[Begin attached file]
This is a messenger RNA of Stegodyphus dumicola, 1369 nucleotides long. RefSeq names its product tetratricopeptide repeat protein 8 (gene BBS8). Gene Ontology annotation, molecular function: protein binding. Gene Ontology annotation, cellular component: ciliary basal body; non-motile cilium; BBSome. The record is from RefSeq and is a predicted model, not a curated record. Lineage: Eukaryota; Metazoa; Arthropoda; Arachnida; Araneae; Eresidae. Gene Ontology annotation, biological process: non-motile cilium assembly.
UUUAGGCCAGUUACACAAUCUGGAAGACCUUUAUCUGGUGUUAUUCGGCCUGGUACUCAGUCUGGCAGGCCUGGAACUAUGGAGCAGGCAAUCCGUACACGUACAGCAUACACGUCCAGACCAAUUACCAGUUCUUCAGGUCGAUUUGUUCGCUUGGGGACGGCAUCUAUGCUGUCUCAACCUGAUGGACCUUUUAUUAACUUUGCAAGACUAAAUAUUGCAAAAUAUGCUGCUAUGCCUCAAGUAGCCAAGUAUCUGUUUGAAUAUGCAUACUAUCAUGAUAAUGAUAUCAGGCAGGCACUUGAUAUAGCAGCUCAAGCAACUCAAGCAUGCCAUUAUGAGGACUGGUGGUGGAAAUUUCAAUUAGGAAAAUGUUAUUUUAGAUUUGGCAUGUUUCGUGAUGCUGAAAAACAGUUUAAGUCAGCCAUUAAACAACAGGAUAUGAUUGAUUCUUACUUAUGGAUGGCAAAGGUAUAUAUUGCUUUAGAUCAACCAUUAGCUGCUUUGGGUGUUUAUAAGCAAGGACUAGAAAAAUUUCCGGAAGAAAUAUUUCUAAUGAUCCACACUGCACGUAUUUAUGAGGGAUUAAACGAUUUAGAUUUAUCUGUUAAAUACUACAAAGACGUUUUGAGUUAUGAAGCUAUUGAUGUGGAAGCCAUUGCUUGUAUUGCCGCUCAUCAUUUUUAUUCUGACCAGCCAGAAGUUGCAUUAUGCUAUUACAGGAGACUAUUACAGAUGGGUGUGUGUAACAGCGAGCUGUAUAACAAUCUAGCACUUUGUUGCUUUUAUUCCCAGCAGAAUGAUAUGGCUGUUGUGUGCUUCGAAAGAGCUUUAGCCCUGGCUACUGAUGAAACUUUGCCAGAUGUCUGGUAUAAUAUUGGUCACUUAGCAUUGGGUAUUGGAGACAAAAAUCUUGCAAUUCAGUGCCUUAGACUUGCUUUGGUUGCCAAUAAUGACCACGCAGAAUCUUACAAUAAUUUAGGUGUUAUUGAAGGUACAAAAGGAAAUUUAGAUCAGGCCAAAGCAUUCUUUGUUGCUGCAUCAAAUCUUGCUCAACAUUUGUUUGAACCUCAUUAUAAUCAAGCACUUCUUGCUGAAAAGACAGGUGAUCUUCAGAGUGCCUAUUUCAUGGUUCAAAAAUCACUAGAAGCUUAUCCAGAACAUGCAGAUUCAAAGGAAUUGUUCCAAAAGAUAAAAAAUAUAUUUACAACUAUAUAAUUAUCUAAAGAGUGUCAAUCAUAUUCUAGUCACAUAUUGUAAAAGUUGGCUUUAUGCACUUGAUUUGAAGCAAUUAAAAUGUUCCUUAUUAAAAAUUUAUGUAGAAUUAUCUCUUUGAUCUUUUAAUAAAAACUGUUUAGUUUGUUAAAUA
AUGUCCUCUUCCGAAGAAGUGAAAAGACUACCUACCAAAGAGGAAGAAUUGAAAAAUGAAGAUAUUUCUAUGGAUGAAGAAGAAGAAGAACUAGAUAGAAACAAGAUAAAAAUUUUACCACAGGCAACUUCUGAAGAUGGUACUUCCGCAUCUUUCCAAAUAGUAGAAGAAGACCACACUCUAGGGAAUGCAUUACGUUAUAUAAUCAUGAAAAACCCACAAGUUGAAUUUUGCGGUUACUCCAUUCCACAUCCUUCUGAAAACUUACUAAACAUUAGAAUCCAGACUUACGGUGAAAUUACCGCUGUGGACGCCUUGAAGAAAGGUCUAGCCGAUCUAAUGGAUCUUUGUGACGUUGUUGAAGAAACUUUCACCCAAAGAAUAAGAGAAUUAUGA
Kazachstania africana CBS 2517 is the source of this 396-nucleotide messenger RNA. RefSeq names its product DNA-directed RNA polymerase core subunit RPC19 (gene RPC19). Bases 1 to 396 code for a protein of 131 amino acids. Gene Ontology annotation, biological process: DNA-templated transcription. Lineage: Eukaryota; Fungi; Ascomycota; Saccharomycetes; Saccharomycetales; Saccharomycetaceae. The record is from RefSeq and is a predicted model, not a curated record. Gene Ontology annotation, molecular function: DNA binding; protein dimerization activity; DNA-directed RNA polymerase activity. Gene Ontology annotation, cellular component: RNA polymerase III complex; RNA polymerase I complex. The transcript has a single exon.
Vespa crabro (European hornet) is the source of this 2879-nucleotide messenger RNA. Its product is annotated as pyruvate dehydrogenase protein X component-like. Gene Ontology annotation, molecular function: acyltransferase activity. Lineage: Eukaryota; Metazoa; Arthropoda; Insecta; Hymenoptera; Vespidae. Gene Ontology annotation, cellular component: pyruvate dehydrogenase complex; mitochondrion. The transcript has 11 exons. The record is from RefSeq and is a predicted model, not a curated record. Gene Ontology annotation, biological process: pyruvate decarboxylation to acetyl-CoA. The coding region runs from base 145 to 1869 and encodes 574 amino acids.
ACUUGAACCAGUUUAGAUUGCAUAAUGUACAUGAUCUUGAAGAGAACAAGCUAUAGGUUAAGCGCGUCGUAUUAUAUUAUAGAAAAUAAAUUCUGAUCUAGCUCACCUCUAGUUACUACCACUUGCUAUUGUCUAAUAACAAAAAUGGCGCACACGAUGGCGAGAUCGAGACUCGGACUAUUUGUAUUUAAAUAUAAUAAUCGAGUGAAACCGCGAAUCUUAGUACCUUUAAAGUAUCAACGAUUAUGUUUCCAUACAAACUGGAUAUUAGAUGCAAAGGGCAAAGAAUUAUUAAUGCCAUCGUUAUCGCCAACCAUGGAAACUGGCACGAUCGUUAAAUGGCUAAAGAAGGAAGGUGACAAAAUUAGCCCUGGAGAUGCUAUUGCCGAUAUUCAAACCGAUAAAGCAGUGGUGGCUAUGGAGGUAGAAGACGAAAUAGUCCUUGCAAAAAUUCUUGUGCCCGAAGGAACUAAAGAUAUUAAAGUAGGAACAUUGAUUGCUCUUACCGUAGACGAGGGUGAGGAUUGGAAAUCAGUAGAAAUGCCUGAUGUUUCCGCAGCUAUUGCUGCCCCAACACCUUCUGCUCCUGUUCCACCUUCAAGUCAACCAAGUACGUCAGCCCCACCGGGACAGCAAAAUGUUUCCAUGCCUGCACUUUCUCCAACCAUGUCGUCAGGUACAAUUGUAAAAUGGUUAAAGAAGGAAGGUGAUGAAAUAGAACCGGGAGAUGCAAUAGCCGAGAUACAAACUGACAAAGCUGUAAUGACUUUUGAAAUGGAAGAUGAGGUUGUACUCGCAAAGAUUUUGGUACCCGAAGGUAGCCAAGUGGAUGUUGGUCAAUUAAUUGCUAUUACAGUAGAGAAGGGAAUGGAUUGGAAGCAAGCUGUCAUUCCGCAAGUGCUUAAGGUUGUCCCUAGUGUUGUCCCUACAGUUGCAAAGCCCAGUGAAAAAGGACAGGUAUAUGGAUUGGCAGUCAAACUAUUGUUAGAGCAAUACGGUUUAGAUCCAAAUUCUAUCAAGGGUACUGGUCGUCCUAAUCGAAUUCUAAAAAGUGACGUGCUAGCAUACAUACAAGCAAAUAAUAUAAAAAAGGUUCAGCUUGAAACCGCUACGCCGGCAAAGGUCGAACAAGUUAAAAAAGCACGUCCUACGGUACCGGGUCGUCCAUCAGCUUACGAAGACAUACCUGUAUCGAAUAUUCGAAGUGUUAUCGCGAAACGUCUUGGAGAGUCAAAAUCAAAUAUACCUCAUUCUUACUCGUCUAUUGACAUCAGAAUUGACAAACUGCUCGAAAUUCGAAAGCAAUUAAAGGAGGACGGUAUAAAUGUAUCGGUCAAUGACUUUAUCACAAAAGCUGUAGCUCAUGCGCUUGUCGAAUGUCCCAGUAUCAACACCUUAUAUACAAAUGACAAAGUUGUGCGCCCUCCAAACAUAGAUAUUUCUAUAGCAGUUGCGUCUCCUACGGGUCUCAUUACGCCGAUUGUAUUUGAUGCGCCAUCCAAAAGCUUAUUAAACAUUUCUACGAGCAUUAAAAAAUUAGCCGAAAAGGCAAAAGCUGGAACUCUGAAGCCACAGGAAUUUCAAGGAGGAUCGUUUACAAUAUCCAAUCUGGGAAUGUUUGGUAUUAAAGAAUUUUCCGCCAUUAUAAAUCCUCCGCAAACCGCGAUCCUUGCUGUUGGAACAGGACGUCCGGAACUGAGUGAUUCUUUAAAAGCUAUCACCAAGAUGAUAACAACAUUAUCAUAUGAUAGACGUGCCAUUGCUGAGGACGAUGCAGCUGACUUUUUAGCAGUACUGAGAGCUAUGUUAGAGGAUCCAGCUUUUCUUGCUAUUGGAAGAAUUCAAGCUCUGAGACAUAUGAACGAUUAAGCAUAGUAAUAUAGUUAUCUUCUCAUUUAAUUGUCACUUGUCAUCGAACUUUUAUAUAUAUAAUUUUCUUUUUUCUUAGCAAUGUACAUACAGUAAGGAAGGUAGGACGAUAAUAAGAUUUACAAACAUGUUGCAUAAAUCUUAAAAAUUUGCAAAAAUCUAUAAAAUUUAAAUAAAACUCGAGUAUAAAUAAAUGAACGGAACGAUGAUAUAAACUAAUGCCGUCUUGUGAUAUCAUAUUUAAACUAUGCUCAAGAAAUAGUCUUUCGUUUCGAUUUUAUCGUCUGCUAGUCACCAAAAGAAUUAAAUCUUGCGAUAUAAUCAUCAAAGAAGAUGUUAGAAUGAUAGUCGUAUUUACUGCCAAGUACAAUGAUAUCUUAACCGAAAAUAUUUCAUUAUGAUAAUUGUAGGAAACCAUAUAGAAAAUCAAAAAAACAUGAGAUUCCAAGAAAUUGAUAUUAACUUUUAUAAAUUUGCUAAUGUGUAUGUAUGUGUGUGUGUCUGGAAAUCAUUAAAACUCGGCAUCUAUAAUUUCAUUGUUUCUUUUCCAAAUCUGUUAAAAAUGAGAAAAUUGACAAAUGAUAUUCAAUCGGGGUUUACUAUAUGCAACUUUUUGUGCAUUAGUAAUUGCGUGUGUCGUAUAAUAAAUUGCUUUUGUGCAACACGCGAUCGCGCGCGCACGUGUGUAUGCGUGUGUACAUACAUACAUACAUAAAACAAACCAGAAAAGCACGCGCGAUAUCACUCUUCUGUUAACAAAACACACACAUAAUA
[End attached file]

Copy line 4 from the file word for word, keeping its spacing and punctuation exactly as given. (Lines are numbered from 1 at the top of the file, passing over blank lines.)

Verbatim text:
Kazachstania africana CBS 2517 is the source of this 396-nucleotide messenger RNA. RefSeq names its product DNA-directed RNA polymerase core subunit RPC19 (gene RPC19). Bases 1 to 396 code for a protein of 131 amino acids. Gene Ontology annotation, biological process: DNA-templated transcription. Lineage: Eukaryota; Fungi; Ascomycota; Saccharomycetes; Saccharomycetales; Saccharomycetaceae. The record is from RefSeq and is a predicted model, not a curated record. Gene Ontology annotation, molecular function: DNA binding; protein dimerization activity; DNA-directed RNA polymerase activity. Gene Ontology annotation, cellular component: RNA polymerase III complex; RNA polymerase I complex. The transcript has a single exon.